Marc DeBenedetti


What was your MCS program of study?

Double major in Mathematics and Physics, and a minor in computer science.


What did you learn while at UTM?

Interested in education as a profession, I came to UTM for our Concurrent Teacher Education Program (CTEP) – which has unfortunately since been discontinued. This program allowed us to complete our bachelor's degree here at UTM and then automatically transition to OISE (UofT’s teacher’s college) to complete our teaching certificate. Since my undergraduate program here at UTM was a double major in Mathematics and Physics, and a minor in computer science, one can imagine I spent a lot of time here in MCS. 


Can you share with us your career story to date?

I’m eager to share my unique professional journey in hopes it helps even one person follow their passion or at least provide some ideas of possible avenues for post-graduation.

Being interested in teaching, I was very fortunate to start working as a TA in my second year for some physics courses, and subsequently math courses in my later years. Although the next stage of my education was already pre-determined to be at OISE, it was near the end of my undergraduate degree, after many years of TAing, that I started to become interested in teaching at a university level. I tried very hard to find a field of study for my PhD that was closely related to all three of my subjects – math, CS, and physics. After a lot of networking with faculty in my final years at UTM, I was able to find an opportunity to do my Ph.D. in atmospheric physics – a field that is not only applicable to current issues but was also a perfect harmony of applied mathematics, physics, and computer science.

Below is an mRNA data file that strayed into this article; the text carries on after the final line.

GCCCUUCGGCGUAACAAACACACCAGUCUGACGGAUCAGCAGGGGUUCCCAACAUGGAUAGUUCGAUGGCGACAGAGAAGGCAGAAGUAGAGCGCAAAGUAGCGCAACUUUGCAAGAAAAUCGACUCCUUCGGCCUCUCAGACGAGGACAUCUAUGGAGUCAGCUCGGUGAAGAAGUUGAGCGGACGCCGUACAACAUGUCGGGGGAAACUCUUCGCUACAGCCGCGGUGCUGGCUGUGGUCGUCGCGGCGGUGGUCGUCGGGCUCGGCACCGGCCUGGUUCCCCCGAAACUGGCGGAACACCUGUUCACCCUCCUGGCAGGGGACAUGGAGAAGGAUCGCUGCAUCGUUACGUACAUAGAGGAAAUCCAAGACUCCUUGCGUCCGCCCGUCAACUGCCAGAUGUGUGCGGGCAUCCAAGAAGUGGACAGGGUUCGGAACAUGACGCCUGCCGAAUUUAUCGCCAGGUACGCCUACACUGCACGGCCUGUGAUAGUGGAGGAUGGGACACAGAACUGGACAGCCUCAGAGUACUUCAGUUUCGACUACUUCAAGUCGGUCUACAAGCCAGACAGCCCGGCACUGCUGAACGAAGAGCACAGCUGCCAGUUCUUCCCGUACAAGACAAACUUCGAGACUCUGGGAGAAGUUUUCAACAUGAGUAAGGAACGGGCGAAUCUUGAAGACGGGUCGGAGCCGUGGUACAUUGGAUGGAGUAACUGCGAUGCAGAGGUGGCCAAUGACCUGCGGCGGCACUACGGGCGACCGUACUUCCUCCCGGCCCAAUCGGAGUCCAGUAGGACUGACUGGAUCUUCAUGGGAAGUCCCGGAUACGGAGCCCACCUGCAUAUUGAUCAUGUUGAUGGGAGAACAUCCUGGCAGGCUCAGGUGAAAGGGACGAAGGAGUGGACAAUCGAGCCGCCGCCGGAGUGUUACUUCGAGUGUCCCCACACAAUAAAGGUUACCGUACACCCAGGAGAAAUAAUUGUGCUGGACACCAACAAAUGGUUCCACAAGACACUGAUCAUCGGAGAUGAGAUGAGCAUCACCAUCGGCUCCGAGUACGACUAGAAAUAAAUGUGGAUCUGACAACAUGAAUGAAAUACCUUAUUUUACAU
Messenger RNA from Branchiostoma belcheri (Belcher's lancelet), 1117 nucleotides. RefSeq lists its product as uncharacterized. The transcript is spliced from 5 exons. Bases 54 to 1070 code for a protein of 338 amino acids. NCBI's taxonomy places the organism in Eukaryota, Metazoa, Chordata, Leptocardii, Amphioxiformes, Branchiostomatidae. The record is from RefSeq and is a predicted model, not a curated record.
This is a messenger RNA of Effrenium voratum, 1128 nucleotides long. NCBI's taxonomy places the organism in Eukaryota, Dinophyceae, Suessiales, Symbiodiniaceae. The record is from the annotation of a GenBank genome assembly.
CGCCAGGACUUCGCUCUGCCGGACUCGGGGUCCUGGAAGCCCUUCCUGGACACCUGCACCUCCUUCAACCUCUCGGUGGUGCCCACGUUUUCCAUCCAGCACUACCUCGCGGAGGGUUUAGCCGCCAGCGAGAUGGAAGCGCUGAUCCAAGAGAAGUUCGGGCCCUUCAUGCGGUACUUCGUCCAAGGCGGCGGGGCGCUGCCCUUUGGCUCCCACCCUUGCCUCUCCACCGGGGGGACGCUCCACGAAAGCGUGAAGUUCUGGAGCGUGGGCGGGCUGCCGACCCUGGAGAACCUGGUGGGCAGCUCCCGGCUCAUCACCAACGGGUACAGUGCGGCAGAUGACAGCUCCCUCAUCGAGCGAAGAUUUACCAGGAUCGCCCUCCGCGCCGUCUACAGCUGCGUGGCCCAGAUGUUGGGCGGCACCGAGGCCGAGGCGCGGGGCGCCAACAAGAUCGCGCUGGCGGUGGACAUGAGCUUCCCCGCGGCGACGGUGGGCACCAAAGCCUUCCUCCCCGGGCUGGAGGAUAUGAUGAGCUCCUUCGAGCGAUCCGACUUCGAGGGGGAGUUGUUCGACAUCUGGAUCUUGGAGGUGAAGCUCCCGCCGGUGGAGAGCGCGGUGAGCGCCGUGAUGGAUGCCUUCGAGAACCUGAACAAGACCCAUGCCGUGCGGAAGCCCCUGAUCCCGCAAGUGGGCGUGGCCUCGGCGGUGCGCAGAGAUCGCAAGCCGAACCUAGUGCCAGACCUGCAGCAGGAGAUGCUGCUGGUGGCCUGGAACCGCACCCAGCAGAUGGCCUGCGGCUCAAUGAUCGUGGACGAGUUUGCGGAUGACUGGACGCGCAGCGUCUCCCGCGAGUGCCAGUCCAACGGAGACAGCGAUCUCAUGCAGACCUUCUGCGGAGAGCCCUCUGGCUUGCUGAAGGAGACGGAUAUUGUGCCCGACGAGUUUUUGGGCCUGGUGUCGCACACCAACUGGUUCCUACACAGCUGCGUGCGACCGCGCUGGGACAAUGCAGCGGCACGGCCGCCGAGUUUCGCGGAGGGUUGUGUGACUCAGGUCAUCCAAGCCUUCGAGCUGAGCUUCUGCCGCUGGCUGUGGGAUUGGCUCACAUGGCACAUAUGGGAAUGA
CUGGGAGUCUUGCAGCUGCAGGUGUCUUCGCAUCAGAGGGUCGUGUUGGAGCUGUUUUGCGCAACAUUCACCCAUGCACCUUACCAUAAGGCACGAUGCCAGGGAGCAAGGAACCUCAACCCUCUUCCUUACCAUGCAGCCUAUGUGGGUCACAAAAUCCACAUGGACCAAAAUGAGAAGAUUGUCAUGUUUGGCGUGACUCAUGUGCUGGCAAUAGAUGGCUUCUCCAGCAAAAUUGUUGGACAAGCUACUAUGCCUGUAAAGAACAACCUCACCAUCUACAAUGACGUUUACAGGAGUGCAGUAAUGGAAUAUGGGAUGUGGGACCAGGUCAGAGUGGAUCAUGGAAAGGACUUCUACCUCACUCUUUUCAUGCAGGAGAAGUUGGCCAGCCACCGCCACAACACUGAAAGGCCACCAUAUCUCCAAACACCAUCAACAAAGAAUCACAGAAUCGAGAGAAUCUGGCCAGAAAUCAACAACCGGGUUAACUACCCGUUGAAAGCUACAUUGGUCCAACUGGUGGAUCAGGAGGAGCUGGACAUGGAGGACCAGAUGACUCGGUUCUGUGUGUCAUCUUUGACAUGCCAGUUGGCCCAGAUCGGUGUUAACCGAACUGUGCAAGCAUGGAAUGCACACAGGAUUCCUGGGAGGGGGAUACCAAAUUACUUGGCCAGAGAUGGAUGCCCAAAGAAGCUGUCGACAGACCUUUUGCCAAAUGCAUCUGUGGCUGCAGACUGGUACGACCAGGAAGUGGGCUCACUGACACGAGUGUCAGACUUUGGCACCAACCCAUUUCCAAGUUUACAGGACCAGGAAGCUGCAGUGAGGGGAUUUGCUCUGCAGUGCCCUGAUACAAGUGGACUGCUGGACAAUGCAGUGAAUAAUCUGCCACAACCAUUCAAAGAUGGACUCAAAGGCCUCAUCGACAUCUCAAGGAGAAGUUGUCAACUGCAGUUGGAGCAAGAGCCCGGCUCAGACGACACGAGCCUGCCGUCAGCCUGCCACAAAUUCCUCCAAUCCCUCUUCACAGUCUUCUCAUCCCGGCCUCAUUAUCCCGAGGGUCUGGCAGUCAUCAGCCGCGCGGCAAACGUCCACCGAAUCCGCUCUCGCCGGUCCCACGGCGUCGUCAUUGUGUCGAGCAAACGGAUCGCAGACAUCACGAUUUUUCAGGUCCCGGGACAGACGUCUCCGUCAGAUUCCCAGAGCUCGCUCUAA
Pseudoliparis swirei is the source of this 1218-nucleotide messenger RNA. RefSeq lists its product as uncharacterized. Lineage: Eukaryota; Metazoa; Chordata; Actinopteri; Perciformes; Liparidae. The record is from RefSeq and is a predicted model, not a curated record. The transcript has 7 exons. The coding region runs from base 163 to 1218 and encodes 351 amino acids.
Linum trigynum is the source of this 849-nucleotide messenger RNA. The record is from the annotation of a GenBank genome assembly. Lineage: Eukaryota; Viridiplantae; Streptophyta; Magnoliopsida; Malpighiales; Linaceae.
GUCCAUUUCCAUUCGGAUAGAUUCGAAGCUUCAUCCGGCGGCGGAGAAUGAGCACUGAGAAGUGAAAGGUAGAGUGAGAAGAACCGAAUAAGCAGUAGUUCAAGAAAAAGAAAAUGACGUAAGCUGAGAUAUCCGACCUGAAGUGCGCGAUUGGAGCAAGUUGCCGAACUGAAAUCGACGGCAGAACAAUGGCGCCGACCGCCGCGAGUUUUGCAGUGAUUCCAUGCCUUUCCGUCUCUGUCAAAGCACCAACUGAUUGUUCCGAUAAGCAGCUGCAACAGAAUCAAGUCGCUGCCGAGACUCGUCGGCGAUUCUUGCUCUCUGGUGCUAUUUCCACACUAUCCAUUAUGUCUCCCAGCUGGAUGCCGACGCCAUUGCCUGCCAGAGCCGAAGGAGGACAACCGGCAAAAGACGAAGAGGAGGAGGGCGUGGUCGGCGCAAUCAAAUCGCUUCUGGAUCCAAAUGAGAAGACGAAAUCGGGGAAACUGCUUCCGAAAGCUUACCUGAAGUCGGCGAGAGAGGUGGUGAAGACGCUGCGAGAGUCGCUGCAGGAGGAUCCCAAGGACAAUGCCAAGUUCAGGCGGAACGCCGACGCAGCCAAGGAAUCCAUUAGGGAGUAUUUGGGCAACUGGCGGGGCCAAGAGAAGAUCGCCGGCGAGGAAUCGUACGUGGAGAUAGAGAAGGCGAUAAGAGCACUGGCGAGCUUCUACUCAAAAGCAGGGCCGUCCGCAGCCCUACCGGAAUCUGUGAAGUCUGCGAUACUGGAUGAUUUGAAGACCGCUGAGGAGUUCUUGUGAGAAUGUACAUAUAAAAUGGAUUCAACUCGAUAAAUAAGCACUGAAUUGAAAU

I currently work in the industry full-time as a biostatistician at Bristol Myers Squibb (BMS), but still pursue my passion for education by teaching some night classes in the MCS department in my spare time. 


Any advice on career planning and job search?

Despite spending so many years working towards a teaching career, an opportunity arose at BMS through my professional network (mainly developed through my doctoral studies). Admittedly, I never imagined I would have a career in biostatistics, however, there happened to be a lot of transferrable skills I was able to use from my formal educational training as well as many attributes of teaching. 

In addition to needing some statistics knowledge, strong analytical and mathematical skills, critical thinking, and problem-solving skills have been a huge asset and allow me to be adaptable in new scientific environments – skills I suspect every scientific job will require. Having strong communication, interpersonal, and leadership skills are also key aspects of my role that are needed to be successful – all of which come naturally from my experience as a teacher. Although I love what I do at BMS, education is still a passion of mine and I’m happy that I was able to find my way back to MCS as an assistant professor to teach mathematics and computer science part-time. 

My advice for everyone would be to let your passion guide you and not be afraid to let life lead along an unplanned journey – you never know where it might lead! 


How can MCS students connect with you?